Some of the key supporters of any hunt are the ‘puppy walkers’! It is the puppy walkers who help and guide the young hounds through the first few months of life from the time they are old enough to leave their mum at around eight weeks of age. Hound puppies go out to walk in the same way as guide dogs, hearing dogs, police dogs and many other types of dogs that work in conjunction with us humans.
It is common place for a Puppy Walker to have a couple of hounds as they will be company for each other but it is not unusual for walkers to have more if they have the time and the space.
The pups are delivered to their temporary home by the Huntsman on a day that is mutually convenient to himself and the walker. The Huntsman will relay all of the relevant information to the puppy walkers and most importantly make sure that the walker knows the names of the hounds with the correct name being attached to the right puppy.
A supply of food is also delivered, being replenished when the Huntsman makes his regular visits.
During his visits the Huntsman will check the health of the puppies as they begin to develop giving worming doses and inoculations at the appropriate times.
Although the puppies may be allowed in the house when circumstances permit, it is usual for them to live in outbuildings such as a stable or a secure shed unless the puppy walker has a purpose built kennel complete with an attached run.
As the puppies get older it is expected that they will be given more time during the day to wander the farm or stable yards exploring all of the things that they will encounter when they are old enough to return to kennels and join the pack. The puppies will learn to keep out of the way of moving vehicles and not to chase the hens or any other livestock. The common hunting term for this behaviour is ‘riot’ which is attached to hounds chasing anything inappropriate. Hounds spend much of their time in the countryside, often out of the sight of human supervision and must be one hundred percent safe with any livestock. There can be no toleration of any hound chasing livestock.
Sometimes the young hounds are taken out for rides by their walkers to get them used to being in a vehicle. Some puppies even get to have a trip to the local supermarket but have to wait patiently outside of course. The young hounds must get used to people because as a member of the pack they will be subjected to endless petting by people of all ages while waiting excitedly at the meet to move off.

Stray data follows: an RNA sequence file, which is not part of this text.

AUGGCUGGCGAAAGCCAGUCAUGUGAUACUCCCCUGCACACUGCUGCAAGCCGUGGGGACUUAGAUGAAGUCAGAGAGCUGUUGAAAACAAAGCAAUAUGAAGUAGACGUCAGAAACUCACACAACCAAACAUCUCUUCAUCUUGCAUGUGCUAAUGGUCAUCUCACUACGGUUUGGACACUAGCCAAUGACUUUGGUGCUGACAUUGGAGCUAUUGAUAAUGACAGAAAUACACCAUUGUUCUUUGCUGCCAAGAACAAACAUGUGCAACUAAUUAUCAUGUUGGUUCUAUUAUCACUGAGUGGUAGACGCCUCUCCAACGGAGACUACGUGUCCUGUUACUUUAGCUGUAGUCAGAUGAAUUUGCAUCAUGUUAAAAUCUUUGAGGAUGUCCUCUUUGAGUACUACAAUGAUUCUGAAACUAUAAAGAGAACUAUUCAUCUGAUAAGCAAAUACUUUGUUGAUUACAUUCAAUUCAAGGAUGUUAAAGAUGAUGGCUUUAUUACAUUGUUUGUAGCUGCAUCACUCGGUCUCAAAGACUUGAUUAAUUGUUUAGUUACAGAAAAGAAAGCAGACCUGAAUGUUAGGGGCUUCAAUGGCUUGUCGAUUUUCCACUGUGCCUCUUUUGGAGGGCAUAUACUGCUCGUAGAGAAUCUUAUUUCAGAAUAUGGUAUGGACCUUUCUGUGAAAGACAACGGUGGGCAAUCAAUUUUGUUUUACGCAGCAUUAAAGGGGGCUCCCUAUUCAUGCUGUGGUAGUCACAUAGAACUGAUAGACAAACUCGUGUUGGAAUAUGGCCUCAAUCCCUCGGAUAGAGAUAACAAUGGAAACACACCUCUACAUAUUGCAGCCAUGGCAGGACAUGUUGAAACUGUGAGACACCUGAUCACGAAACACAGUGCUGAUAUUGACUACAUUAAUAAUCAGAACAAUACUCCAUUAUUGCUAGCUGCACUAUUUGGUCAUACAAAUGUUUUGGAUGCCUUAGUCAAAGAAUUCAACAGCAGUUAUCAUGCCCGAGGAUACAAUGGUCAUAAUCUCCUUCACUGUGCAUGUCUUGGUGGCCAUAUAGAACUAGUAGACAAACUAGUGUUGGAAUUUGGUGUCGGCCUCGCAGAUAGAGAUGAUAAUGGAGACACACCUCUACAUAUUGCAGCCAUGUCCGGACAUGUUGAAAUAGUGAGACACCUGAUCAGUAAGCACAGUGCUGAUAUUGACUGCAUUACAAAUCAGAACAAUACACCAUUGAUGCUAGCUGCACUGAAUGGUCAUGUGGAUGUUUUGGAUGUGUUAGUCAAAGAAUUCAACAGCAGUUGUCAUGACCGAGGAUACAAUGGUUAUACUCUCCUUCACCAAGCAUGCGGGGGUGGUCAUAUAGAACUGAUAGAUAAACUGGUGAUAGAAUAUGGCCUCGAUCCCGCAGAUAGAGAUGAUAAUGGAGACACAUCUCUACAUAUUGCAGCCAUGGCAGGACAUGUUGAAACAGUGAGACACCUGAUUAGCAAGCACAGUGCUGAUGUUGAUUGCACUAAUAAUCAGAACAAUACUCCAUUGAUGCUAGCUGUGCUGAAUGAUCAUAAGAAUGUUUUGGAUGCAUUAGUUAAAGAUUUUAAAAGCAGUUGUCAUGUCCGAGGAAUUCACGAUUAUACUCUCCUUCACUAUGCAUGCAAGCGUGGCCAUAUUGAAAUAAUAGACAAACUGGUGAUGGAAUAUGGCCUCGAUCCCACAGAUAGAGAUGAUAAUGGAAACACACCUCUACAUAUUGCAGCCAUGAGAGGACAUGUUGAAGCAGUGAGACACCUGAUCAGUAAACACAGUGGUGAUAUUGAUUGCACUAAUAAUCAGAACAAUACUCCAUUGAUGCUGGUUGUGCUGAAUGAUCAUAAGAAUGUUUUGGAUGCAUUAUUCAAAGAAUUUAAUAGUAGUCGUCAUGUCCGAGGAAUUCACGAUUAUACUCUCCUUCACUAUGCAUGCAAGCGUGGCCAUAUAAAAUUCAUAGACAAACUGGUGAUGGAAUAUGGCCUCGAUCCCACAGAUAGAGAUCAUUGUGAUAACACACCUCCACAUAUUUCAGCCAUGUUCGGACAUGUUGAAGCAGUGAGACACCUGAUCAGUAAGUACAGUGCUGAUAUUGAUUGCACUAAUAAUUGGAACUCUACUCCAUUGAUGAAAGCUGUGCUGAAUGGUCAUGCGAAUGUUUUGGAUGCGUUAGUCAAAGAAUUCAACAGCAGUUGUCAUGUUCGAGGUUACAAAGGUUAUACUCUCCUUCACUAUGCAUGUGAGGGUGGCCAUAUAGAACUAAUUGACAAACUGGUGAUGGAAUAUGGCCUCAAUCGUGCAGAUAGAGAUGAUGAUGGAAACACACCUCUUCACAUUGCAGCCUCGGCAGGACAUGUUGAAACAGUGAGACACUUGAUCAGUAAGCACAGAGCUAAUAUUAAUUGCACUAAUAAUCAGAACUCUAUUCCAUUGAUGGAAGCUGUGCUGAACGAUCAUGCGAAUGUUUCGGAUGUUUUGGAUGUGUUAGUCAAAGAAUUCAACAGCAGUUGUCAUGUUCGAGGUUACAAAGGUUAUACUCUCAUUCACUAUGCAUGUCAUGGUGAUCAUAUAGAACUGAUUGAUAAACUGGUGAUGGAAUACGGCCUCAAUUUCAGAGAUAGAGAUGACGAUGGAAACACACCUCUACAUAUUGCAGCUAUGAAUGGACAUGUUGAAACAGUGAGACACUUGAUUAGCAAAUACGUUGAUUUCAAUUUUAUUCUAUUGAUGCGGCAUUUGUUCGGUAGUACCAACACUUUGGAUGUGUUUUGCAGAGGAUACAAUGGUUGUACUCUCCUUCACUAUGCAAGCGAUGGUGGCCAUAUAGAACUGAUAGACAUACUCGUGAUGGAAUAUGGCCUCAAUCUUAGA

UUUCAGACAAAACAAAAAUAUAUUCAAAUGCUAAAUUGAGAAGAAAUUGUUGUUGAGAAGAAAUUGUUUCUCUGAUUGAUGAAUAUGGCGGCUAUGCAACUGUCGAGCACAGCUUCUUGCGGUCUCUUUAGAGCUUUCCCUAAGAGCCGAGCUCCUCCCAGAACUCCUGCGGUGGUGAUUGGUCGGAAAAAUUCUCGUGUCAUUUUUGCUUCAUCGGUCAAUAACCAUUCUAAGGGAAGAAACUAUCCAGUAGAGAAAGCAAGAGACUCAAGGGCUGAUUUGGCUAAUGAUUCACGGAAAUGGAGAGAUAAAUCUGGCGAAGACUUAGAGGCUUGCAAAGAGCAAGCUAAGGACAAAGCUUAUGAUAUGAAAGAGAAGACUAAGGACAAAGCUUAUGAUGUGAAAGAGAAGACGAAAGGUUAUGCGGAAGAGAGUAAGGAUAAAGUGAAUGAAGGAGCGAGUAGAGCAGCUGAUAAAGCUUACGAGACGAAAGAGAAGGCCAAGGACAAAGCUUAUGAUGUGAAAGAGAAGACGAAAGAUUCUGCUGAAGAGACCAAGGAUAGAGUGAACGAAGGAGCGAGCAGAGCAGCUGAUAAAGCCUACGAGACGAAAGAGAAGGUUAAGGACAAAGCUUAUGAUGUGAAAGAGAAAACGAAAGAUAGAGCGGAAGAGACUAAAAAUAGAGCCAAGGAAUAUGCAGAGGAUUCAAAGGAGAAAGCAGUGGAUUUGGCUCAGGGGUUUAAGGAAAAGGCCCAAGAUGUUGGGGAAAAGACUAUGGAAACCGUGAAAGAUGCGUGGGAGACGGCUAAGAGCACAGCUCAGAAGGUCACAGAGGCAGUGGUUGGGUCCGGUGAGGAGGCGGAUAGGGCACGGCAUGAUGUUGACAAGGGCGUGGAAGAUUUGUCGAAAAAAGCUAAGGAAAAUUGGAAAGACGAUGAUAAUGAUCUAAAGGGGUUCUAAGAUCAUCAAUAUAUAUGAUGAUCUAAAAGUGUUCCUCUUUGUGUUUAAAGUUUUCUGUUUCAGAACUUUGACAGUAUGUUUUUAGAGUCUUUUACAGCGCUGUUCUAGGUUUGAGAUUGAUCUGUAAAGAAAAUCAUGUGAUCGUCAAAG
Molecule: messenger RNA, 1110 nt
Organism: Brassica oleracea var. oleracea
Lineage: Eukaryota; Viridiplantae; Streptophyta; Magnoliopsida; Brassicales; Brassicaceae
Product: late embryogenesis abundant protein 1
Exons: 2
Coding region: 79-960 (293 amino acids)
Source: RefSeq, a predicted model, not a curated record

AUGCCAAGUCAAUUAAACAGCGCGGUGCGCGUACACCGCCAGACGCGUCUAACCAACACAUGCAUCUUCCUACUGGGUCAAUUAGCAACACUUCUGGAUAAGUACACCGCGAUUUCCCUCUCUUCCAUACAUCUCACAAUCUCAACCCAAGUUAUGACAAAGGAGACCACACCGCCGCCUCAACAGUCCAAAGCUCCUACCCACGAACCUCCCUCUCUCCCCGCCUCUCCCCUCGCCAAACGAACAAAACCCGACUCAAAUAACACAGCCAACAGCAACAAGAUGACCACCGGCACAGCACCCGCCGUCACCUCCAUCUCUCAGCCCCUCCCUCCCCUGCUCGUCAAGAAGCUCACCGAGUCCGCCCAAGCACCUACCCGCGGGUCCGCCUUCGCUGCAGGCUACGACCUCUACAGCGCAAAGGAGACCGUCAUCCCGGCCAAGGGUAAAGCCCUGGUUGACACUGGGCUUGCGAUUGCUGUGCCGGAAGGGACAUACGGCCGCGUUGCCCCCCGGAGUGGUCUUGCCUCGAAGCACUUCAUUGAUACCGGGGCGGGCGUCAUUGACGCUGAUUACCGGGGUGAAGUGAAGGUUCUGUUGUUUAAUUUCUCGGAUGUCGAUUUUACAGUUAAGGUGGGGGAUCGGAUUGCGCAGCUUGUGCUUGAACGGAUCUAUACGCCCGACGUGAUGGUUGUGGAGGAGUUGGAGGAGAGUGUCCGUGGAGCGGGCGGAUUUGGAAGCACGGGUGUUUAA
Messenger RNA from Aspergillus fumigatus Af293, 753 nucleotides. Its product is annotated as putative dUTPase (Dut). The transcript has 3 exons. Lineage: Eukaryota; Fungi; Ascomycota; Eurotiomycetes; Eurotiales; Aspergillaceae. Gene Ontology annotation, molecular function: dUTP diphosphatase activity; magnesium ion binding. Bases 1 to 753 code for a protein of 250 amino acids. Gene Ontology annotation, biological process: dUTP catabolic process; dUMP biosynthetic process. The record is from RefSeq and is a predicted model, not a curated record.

It is not always a good idea for a keen gardener to be a puppy walker as it is well documented that hound puppies enjoy digging but are not always understanding of the difference between granny’s favourite petunias and weeds!
At an age when the young charges start to need greater supervision they are returned to kennels. For some puppies this can be initially upsetting but it is not long before they are getting used to kennel life and the routine.
During the summer months many hunts hold ‘Puppy Shows’, which is a time for the puppies to be shown off to the members of the hunt and their invited guests from neighbouring hunts.
The puppies are paraded and judged, usually by visiting Masters and Huntsmen, with trophies being awarded for the best dog hound and best bitch with other awards being given where appropriate. It is a custom for hunts to give a silver teaspoon with the puppy’s name on to each walker in recognition of all of their hard work and dedication in caring for the puppies.
Puppy walkers are always happy to chat about their experiences and point out their former charges on hunting days, especially if is one of their hounds is at the front of the pack when they are in full cry.
In some areas of the country, hounds return to their walkers at the end of the hunting season and return to kennels at the beginning of the next. This practice is becoming less common as the years progress. It used to be customary with some packs for hounds to live with hunting families with hounds coming together on hunting days. These hounds were said to be ‘trencher fed’!
This has been a brief look at the role of the puppy walker but by talking to the ‘puppy walkers’, you will be given a far greater insight. If you are interested in being a puppy walker, talk to your Huntsman.